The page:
Why do David Cameron and Ed Miliband love small business so much? As Ben Dellot points out, there’s an increasing number of votes in it but beyond that both leaders are clear about the two reasons they are falling over each other to back small business. Firstly, SMEs create more jobs than big business. Secondly, they will help the UK economy win the “global race”.
The problem with both of these claims is that they have two rather ugly cockroaches in the rhetorical ointment.
Firstly, small business may well be a good generator of employment but jobs there pay less than in big business. Even if you’re the top dog in your own SME, it’s hardly a sure-fire route to a yacht and a Lamborghini.
Secondly, as for the global race, small businesses are very rarely as productive as big business. That’s one reason, after all, why small businesses have an exceptionally high tendency to stay small.
Logically, one might think this means politicians should end their love affair with small business and cuddle up to the big players instead. It’s not that simple of course.
Small businesses are growing apace – not far shy of five million in the UK and growing at a rate of 100,000 a year. As a result, they account for a big wedge of GDP (now around 40%) and a significant slab of the labour market (no less than 60% of private sector jobs). The internet is also allowing small businesses to raise their visibility and reach out to markets once closed to them. The truth is no policy maker could or should set themselves against trends of that scale.
But while politicians fail to acknowledge the two inconvenient truths above, their small business policy will remain incomplete. Why create complex policy frameworks to encourage more start-ups and a bit of SME growth if all this means is a less productive economy and lower paying jobs? I'd suggest three steps that might begin to resolve this problem.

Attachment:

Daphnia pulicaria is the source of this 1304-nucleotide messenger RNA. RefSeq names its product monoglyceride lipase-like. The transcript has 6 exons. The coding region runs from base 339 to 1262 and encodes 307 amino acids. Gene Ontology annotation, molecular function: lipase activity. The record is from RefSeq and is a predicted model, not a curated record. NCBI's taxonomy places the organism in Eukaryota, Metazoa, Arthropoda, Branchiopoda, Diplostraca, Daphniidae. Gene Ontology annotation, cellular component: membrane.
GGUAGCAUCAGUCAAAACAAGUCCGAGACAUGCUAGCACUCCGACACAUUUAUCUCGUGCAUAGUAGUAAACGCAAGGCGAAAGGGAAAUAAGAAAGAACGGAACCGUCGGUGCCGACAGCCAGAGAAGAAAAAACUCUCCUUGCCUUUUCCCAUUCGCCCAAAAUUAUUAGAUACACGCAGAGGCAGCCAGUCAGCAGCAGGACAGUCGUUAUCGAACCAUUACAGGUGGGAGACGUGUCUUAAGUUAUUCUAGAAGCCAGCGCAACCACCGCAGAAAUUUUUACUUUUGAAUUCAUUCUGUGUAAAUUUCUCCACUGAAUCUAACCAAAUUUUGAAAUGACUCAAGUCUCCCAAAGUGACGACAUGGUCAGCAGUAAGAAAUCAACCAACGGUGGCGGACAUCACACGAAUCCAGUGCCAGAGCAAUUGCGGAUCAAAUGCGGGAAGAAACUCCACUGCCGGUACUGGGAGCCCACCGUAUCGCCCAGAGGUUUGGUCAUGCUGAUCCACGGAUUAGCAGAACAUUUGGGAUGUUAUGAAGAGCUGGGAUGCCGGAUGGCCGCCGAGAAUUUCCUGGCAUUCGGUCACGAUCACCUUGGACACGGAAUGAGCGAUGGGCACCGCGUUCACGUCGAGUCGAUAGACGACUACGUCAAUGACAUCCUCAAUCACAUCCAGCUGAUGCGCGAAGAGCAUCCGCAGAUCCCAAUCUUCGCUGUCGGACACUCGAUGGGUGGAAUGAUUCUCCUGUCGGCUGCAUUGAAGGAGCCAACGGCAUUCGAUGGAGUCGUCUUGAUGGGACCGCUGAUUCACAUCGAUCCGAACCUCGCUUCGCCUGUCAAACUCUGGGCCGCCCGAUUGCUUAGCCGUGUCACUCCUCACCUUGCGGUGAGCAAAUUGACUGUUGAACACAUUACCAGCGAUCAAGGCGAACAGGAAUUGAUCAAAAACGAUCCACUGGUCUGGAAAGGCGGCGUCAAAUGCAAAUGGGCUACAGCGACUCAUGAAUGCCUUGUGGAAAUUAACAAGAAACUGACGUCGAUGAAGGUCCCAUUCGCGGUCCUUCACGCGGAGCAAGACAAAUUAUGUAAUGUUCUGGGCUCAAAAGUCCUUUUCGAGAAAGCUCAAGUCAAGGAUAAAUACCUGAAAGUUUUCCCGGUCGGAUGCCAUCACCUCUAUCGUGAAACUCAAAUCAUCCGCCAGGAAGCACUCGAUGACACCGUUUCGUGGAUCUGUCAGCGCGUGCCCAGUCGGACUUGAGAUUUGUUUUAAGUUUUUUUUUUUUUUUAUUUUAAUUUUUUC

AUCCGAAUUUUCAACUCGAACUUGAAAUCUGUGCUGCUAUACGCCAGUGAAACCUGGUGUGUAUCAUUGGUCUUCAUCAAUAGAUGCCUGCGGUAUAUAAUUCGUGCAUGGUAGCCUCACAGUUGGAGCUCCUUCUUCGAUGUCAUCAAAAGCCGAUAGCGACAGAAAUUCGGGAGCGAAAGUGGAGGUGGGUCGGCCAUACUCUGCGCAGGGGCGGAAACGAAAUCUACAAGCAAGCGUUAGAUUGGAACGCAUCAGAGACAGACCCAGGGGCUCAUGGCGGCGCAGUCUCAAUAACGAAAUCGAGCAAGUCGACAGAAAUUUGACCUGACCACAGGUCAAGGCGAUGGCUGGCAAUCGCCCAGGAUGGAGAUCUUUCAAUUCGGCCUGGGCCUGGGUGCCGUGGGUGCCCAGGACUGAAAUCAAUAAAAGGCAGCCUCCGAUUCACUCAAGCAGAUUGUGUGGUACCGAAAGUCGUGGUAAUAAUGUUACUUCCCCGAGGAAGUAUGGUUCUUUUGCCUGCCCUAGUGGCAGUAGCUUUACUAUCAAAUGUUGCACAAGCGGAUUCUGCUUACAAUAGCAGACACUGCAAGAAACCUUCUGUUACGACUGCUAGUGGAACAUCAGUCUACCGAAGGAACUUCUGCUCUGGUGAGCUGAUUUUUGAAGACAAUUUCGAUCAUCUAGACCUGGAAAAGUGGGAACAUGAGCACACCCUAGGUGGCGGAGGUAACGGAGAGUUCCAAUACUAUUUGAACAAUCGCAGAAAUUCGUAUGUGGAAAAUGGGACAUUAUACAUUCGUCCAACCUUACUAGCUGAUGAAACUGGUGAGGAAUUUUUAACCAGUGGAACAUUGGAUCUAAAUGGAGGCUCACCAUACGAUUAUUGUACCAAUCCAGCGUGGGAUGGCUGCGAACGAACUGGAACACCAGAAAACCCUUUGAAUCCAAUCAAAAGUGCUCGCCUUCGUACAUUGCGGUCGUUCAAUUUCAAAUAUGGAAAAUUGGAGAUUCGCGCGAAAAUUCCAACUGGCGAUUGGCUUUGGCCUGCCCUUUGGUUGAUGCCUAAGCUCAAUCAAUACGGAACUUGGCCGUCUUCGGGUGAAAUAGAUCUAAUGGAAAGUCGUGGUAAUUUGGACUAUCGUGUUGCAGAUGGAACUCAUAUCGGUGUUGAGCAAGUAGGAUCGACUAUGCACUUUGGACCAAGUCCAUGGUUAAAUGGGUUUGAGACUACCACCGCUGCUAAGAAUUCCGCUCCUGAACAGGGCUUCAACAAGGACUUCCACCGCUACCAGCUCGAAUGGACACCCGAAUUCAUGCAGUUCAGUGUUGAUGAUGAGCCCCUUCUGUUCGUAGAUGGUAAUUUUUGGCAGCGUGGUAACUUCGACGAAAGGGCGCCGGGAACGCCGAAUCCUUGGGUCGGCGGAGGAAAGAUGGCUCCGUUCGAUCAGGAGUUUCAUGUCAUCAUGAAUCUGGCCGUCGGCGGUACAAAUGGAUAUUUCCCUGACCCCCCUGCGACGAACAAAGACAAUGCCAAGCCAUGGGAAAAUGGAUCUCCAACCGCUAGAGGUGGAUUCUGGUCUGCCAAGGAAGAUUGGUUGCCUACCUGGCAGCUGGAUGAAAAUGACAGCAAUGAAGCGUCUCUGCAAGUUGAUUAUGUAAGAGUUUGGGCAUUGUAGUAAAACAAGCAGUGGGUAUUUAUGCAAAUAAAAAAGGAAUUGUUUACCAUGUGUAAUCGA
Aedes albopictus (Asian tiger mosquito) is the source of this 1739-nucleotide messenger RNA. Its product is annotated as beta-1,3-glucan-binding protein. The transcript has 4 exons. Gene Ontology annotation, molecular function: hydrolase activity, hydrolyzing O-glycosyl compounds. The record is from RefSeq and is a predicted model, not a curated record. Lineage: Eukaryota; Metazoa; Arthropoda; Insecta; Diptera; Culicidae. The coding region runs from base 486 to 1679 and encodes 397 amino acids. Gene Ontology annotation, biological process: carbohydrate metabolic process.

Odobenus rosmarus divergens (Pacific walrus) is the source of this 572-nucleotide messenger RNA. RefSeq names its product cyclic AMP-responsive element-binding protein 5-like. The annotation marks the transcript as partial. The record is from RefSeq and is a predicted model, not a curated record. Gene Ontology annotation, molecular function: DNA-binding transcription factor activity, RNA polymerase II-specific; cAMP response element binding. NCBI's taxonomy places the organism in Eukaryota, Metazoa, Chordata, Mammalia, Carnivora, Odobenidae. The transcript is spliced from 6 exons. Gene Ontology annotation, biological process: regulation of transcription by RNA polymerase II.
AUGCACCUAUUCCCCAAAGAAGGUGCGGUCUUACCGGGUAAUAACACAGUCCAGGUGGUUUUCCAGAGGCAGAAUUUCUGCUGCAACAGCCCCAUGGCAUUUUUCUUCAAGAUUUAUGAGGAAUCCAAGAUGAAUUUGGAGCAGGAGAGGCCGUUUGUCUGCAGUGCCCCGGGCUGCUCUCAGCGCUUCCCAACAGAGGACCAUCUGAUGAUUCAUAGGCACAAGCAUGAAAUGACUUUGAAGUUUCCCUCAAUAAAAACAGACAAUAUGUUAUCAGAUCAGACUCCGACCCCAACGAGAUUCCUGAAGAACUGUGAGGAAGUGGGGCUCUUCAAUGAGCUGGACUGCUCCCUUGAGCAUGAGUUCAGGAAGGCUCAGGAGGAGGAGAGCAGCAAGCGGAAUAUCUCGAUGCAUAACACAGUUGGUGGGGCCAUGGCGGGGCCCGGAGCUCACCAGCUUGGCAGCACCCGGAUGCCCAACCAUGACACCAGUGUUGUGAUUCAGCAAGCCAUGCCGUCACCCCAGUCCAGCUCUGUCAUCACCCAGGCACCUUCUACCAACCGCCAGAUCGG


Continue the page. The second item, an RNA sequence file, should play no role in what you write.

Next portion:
1. Accept most small firms will never be highly productive
Politicians could begin by admitting that the majority of small businesses will not be highly productive, high growth operations. They should also accept that’s not a disaster. The rise in small business should be welcomed because it is about millions of people turning their ideas and vision into reality – what we at the RSA call ‘unleashing the power to create’.
It’s because of this that surveys show that people who run their own small business feel more satisfied and autonomous. Productive or not, that’s a good enough reason to support small business.
2. Free the small firms that are highly productive
However, there are a small number of SMEs that are highly productive. If you want to ‘win the global race’, this is the place to look. What is needed there is not the current policy vogue for lots of advice and state-sponsored finance, it is making sure these firms have the power to be creative free of any blocks. One of the reasons the US is more productive than Europe is because of a dynamism which means sluggish uncreative whales are quickly replaced by hungry innovative piranhas who themselves get replaced once they run out of ideas.
In short, it is about an economy where those who exercise their creativity to the max get justly rewarded. Achieving this means stripping away the regulations, tax arrangements, public sector procurement and monetary policies which keep unproductive bigger businesses alive at the inevitable expense of new smaller players.
3. Address low pay in small businesses
Finally politicians need to acknowledge and help resolve low pay amongst entrepreneurs, the self-employed and those who work for them. The truth is you won’t create a new generation of ambitious entrepreneurs or create good jobs in the burgeoning small business sector without making it a place to earn more.
The key here is not byzantine tax breaks for living wage deals - a policy that will probably favour big over small business anyway. A more straightforward route would be to create an extremely favourable tax environment for small businesses and for the people who work in them.
More important, however, is the establishment of that creative, dynamic economy where big business is less featherbedded. The truth is that when 60% of the economy is shared out between the public sector and 6,500 large corporations and the other 40% is left for 4.8 million firms, it is hardly surprising there is less cash to splash around for those smaller businesses.
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